Santa Clara County, Calif., recently joined cities like San Francisco, San Jose and Palo Alto in banning single-use plastic shopping bags from major retail stores. The San Francisco Bay Area County will also require these stores to charge a 15-cent fee per paper bag provided to customers.
The County’s ordinance, which goes into effect on Jan. 1, 2012, affects stores in the unincorporated areas of Santa Clara County – not stores under the jurisdiction of individual cities in the county.
By excluding restaurants, fast food establishments and social and nonprofit organizations, the ban applies to approximately 50 to 65 retailers, according to the County’s estimates. Also exempted from the ban are plastic or paper bags for produce, meat and frozen foods, as well as dry cleaning bags and plastic bags used to protect delivered newspapers.
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If customers do not bring their own bags to the store, retailers will provide them with paper bags – required to be made of 40 percent recycled content – and charge customers 15 cents per bag, unless they are enrolled in federal assistance programs such as the food stamp program.
The ordinance comes after two years of research by County staff on how to address the litter problem created by single-use shopping bags.
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“Two years ago, I brought the issue of banning single-use bags to the Board of Supervisors because I was deeply disturbed about the environmental impacts that single-use bags were having on our county and our waterways,” said County Supervisor Ken Yeager, who championed the ordinance.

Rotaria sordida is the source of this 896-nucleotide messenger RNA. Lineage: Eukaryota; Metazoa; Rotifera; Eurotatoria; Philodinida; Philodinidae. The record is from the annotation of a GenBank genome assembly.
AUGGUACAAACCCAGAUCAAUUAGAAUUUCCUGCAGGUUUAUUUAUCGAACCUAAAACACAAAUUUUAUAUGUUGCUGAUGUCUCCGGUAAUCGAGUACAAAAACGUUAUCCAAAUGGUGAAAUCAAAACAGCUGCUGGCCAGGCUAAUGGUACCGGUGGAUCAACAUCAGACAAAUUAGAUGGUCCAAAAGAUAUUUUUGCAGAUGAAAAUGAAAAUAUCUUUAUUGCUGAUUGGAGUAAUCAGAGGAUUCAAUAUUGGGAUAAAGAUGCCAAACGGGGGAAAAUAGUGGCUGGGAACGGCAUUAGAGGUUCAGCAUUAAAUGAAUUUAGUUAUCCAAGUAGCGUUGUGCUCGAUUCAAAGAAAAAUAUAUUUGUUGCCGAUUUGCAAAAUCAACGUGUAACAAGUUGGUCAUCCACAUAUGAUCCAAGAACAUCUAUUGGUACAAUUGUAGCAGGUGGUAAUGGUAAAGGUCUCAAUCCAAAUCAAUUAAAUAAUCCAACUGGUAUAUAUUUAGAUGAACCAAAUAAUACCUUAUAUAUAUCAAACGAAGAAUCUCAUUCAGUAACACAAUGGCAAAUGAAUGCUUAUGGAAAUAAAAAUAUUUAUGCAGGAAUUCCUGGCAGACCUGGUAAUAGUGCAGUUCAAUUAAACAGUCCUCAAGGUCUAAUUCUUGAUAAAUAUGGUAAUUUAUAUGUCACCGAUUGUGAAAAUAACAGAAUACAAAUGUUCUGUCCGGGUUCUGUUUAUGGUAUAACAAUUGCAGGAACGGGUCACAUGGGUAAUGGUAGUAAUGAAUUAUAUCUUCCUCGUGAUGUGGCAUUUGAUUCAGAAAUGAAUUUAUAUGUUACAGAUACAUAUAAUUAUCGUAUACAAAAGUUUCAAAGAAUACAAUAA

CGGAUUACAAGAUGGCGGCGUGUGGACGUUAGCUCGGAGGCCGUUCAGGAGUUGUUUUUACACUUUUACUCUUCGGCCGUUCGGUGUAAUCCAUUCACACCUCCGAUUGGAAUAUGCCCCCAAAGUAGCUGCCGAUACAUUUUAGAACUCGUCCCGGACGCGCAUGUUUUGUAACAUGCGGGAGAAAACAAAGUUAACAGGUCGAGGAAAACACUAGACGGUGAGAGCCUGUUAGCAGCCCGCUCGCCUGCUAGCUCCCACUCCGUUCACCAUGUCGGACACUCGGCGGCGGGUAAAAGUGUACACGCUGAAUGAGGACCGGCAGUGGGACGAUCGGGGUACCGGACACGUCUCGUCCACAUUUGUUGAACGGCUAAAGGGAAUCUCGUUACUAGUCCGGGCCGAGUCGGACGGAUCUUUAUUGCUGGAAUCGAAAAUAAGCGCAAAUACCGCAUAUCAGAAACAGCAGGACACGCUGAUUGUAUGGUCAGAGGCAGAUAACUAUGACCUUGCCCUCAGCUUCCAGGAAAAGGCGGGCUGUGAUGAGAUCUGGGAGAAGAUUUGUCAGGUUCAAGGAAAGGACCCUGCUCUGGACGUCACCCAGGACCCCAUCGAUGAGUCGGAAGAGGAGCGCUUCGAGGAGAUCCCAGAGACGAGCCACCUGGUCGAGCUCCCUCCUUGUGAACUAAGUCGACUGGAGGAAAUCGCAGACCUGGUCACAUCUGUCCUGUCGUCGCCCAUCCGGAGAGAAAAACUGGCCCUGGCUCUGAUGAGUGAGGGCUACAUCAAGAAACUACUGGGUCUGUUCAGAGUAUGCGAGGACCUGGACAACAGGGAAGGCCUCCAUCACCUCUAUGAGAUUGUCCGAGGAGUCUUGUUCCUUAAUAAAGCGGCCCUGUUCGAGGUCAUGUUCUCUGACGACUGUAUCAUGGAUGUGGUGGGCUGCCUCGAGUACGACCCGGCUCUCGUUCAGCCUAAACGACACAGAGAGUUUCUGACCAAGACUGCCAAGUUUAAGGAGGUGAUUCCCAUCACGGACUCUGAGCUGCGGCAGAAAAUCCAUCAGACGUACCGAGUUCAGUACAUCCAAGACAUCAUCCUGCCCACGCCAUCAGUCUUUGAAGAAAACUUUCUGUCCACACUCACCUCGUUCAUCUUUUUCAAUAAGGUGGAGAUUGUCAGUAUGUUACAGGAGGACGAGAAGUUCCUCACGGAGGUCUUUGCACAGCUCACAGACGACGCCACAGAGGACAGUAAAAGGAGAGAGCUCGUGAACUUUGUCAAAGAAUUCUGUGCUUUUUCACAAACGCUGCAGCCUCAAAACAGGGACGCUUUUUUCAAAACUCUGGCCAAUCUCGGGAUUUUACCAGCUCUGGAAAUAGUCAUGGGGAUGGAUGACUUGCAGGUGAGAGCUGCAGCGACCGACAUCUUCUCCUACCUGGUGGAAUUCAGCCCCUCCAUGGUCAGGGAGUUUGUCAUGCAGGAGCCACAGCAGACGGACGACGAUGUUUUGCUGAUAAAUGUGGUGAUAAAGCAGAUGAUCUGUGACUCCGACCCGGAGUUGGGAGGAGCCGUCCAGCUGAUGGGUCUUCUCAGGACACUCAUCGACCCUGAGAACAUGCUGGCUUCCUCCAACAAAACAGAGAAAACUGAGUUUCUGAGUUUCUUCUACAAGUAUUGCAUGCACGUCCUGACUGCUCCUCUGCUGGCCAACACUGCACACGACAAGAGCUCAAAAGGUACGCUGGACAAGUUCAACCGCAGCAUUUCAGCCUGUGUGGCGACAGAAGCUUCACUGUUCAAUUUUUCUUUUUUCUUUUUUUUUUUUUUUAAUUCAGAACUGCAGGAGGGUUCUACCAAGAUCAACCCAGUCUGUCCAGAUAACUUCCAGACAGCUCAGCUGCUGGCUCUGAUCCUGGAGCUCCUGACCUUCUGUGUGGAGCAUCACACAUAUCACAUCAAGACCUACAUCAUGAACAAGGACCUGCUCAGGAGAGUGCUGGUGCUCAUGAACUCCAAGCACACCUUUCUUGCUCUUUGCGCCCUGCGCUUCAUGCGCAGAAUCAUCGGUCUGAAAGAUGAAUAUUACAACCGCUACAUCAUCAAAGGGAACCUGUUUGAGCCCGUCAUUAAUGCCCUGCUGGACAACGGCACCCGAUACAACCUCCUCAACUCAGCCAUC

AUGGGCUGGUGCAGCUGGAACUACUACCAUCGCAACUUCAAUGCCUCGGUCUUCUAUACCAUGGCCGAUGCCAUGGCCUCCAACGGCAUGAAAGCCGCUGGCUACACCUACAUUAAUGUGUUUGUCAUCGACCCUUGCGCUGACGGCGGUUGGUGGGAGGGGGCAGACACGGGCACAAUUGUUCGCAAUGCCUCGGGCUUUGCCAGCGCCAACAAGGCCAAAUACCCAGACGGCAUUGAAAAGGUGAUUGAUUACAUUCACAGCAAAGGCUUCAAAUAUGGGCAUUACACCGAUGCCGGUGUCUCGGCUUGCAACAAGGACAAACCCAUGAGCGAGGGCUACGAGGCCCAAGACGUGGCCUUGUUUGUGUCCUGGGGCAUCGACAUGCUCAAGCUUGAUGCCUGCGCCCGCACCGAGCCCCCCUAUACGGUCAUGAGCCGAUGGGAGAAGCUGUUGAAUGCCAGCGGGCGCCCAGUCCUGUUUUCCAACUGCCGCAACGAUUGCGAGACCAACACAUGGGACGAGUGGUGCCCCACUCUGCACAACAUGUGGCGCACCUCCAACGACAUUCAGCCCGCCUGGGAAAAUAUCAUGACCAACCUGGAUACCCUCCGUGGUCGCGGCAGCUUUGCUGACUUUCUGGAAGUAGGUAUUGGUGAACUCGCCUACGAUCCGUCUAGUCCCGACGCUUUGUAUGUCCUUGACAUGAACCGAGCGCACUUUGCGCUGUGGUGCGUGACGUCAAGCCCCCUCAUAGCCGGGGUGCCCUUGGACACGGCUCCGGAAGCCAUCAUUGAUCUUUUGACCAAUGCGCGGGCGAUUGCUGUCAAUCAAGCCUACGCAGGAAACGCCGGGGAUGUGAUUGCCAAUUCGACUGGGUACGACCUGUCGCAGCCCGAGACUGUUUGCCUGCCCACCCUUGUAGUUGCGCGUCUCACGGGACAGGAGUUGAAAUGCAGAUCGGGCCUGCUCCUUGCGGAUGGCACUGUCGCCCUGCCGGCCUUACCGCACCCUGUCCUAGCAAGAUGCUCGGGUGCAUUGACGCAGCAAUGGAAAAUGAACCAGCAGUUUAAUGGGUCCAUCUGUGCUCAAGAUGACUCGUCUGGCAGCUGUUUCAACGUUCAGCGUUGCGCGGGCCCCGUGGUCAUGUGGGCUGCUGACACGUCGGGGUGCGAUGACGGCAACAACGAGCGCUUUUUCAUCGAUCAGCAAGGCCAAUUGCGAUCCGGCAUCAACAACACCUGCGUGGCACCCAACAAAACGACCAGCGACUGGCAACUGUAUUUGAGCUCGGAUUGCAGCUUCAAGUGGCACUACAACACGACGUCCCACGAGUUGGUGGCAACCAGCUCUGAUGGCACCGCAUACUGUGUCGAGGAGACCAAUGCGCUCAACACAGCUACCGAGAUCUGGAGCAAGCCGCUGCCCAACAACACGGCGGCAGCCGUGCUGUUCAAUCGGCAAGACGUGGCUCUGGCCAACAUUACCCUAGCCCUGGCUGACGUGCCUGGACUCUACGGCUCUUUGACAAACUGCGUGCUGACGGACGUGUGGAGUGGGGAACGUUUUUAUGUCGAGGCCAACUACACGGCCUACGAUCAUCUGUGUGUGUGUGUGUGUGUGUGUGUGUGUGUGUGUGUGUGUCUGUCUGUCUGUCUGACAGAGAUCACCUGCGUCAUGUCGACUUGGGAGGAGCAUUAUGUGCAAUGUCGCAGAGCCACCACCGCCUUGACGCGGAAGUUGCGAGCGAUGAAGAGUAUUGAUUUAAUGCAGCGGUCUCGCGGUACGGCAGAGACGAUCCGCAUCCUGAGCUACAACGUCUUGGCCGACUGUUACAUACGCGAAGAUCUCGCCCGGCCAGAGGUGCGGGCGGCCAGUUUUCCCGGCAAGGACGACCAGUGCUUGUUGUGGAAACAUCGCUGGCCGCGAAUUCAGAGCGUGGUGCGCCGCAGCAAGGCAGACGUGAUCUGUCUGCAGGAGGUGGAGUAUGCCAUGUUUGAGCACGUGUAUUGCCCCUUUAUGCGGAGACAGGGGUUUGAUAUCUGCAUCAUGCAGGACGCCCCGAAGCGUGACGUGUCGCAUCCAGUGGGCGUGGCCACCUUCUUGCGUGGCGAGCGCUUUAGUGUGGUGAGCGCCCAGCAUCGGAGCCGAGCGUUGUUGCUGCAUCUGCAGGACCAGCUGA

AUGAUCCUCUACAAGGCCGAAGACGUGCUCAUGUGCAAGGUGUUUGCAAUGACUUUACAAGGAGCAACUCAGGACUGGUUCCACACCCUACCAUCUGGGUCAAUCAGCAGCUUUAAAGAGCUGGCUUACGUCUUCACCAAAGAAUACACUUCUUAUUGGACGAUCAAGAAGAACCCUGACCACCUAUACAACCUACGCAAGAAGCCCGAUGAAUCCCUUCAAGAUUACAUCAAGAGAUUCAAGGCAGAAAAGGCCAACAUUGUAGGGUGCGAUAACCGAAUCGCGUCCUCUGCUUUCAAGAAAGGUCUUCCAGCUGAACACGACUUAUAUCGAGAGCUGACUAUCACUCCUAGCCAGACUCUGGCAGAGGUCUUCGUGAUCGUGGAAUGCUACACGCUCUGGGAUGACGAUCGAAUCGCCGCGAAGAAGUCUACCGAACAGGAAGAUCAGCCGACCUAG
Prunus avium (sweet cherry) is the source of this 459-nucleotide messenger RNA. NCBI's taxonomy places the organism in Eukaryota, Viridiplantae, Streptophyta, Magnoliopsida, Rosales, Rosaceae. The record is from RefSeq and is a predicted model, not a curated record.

Staff provided extensive outreach to residents on the environmental benefits of reusable bags and handed out more than 80,000 free reusable bags, said Elizabeth Constantino, manager of the County’s waste management program. The County also tried to set up a voluntary ban, asking stores if they wanted to voluntarily stop using plastic bags, and only store signed up.
Staff and the Board eventually determined that the most effective way to incentivize shoppers to switch to reusable bags was by both banning plastic bags and charging for paper bags.
“There is no amount of education and outreach you can do to get the kind of results we need – national studies show that. And the voluntary ban didn’t work either,” Constantino said.
“We acknowledge that both paper and plastic have their own environmental impacts,” Constantino went on to say. “That’s why we banned plastic bags and put a fee on paper bags. But there is a complexity to recycling plastic bags that paper bags don’t have. There are limited markets (for plastic bags), and bags collected at grocery stores can get contaminated with food or other plastics.”
WATCH: How Plastic Bags are Recycled
Makers of plastic bags and industry organizations such as the American Chemistry Council (ACC), however, criticize plastic bag bans for limiting consumer choice and harming the growth of plastic bag recycling programs.
“Far from being single-use products, bags are reused by more than 90 percent of consumers for various household tasks such as trash can liners… And what people don’t reuse can be recycled at more than 12,000 locations across the U.S.,” said Tim Shestek, the ACC’s senior director for state affairs.
Critics of plastic bag bans also say manufacturing and transporting plastic bags is more environmentally friendly than producing paper bags.
Last September, California lawmakers voted down a law to ban single-use plastic bags statewide.